The federal government is investigating whether the leadership of shuttered bank Washington Mutual broke federal laws in the run-up to its collapse, the largest in U.S. history.
"Due to the intense public interest in the failure of Washington Mutual, I want to assure our community that federal law enforcement is examining activities at the bank to determine if any federal laws were violated," U.S. Attorney Jeffrey Sullivan said in a statement released today.
"For more than 100 years, Washington Mutual was a highly regarded financial institution headquartered in Seattle. Given the significant losses to investors, employees, and our community, it is fully appropriate that we scrutinize the activities of the bank, its leaders, and others to determine if any federal laws were violated," he added. Sullivan is the U.S. attorney for the western district of Washington, which includes Seattle, the home base of the bank, also known as WaMu.
The task force probing the collapse consists of investigators from the FBI, the Federal Deposit Insurance Corporation (FDIC) inspector general's office, the Securities and Exchange Commission and the Internal Revenue Service's criminal investigations division, according to Sullivan's statement. The task force has set up a hotline, 1-866-915-8299, and e-mail account, firstname.lastname@example.org, for anyone with information.
WaMu did not immediately return phone and e-mail messages seeking comment on the investigation.
Eighty-nine former WaMu employees are confidential witnesses in a shareholder class action lawsuit against the bank, and some former insiders spoke exclusively to ABC News, describing their claims that the bank ignored key advice from its own risk management team so they could maximize profits during the housing boom.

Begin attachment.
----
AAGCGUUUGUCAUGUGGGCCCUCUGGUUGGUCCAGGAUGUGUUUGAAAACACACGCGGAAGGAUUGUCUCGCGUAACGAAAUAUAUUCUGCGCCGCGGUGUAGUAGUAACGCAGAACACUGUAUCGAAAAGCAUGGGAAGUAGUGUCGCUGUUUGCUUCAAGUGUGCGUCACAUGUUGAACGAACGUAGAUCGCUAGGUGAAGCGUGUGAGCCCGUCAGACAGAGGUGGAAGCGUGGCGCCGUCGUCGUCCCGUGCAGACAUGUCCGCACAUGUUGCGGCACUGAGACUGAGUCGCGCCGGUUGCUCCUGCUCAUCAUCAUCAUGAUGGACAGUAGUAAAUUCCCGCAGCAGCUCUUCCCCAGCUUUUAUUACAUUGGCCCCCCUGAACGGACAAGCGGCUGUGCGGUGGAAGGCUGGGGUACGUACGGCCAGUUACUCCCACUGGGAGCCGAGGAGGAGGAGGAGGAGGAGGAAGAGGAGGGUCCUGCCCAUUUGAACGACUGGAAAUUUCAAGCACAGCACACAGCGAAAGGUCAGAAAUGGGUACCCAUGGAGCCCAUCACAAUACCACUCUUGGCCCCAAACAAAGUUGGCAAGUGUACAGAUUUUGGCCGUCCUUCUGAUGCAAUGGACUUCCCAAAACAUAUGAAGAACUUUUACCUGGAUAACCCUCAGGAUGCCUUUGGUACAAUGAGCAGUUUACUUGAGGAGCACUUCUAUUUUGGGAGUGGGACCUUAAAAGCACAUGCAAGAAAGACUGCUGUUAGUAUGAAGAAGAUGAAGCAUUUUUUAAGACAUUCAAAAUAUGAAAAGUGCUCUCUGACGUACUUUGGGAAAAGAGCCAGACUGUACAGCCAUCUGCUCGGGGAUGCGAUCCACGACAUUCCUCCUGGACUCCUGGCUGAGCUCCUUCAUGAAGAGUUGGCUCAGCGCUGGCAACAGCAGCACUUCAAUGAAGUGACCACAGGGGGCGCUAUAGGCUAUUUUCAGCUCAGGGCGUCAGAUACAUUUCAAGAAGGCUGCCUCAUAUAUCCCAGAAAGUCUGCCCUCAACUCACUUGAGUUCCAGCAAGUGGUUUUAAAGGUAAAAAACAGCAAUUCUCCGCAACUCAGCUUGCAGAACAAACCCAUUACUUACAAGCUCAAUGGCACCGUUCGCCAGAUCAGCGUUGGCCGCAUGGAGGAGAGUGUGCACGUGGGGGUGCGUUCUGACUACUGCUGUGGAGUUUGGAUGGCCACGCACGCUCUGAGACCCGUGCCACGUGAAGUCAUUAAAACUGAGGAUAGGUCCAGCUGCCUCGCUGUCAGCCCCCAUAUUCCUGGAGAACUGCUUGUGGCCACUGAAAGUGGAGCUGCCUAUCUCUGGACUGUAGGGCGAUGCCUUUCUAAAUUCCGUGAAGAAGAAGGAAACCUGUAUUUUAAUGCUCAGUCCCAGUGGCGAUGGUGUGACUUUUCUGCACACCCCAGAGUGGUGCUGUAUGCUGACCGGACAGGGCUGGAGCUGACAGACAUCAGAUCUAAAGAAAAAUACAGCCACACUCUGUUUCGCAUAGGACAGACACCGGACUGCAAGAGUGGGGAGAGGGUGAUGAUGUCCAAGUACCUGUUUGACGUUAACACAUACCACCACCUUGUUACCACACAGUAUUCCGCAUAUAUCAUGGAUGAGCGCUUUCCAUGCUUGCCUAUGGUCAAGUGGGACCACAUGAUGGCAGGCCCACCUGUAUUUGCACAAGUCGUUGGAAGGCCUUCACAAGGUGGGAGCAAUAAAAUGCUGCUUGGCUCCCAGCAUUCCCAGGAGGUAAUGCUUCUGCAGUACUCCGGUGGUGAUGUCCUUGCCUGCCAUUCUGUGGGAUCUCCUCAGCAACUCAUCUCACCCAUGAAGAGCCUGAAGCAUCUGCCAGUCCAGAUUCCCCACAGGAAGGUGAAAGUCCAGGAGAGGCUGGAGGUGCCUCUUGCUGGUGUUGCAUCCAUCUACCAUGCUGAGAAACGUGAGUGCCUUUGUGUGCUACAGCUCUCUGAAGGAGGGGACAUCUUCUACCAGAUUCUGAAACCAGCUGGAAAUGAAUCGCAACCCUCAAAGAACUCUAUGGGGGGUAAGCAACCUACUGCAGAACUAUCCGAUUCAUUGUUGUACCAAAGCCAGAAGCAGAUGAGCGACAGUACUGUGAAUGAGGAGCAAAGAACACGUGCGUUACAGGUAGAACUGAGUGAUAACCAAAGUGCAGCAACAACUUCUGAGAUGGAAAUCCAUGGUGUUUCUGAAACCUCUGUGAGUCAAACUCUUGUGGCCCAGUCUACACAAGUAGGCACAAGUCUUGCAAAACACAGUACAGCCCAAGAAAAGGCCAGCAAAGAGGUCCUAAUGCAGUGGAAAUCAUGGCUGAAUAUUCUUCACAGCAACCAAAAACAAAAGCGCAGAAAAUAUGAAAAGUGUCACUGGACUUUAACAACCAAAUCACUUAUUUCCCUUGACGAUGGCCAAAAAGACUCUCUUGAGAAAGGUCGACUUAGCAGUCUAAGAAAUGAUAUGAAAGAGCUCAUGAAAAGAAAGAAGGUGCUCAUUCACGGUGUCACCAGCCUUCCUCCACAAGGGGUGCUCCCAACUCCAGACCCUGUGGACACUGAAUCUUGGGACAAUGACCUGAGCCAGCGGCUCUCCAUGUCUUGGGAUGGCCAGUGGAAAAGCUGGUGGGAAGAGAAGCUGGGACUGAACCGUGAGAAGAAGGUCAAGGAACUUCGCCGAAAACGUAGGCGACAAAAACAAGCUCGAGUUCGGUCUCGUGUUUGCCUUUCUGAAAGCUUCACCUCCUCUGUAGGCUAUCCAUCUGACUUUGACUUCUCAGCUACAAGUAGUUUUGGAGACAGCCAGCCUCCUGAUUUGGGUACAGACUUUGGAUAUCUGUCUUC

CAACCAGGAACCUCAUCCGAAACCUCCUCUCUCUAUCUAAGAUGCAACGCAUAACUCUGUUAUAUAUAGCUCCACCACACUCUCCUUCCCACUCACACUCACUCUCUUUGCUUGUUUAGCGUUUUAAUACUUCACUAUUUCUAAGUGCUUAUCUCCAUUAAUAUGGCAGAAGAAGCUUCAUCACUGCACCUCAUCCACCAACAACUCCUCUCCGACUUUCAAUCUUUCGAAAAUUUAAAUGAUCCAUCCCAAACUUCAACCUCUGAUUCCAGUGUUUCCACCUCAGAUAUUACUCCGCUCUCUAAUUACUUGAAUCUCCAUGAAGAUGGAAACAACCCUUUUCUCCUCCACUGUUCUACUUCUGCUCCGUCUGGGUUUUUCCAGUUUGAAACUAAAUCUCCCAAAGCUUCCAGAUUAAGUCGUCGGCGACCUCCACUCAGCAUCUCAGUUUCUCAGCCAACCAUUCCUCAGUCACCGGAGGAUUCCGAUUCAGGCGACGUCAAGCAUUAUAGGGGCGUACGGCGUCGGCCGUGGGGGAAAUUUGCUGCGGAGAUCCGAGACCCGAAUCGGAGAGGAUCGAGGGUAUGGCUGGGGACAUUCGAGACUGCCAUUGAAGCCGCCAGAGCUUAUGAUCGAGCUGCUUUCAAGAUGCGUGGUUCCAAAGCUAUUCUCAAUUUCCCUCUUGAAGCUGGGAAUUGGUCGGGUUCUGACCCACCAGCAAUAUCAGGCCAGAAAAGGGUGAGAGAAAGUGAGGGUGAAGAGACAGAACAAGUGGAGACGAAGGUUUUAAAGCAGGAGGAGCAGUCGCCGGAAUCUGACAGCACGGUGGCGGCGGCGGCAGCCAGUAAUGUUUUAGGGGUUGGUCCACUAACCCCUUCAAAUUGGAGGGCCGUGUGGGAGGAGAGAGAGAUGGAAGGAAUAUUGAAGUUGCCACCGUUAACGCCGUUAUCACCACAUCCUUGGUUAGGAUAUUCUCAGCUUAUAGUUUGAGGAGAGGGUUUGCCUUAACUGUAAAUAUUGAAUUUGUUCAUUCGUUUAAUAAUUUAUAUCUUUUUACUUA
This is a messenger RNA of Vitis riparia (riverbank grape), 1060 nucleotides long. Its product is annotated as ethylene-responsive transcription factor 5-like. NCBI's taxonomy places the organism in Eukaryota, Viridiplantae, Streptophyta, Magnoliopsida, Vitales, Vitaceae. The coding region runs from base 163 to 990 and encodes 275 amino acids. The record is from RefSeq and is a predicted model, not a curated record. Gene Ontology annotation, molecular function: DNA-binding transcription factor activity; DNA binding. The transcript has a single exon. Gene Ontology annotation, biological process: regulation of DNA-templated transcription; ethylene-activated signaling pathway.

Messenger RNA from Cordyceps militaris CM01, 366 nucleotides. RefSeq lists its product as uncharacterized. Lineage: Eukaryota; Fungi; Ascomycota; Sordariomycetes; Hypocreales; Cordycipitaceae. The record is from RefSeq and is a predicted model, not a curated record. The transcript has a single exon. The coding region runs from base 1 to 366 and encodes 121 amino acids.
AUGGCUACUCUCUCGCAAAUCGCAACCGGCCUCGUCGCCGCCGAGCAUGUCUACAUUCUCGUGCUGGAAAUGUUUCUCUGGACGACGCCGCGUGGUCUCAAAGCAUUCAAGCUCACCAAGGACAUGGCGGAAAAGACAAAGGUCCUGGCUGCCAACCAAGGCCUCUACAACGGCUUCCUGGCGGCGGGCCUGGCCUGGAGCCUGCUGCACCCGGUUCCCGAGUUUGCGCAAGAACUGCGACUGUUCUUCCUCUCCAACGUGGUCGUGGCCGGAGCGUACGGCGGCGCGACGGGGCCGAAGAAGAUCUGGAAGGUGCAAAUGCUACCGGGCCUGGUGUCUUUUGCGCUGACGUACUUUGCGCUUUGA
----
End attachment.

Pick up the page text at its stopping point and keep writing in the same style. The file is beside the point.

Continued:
In court documents, the insiders said the company's risk managers, the "gatekeepers" who were supposed to protect the bank from taking undue risks, were ignored, marginalized and, in some cases, fired. At the same time, some of the bank's lenders and underwriters, who sold mortgages directly to home owners, said they felt pressure to sell as many loans as possible and push risky, but lucrative, loans onto all borrowers, according to insiders who spoke to ABC News.
And this is "only the tip of the iceberg," a former high-level executive claimed in the lawsuit.
Dale George, a former senior risk manager at WaMu, who spoke exclusively to ABC News, likened his job to the brakes on a car. But George claims WaMu executives "took the brakes off and drove over a cliff."
Describing a housing boom that created more opportunity for profit from high-risk mortgages, George claims his former employer approved as many loans as it could and added more higher-risk subprime loans to its portfolio.
WaMu executives knew of these risks but chose to ignore them, according to the lawsuit.
In a September 2005 confidential "Corporate Risk Oversight Report" obtained exclusively by ABC News, WaMu's own risk management team found that the future performance of popular loans, like Option Arms, was "untested" and created "major and growing risk factors in our portfolio."
Another WaMu insider, former senior underwriter Dorothea Larkin, said she, too, was uncomfortable with the shift in lending standards. "It was all about making the numbers, closing all the loans that came through the door," loans like higher risk option arms and subprime loans, she said.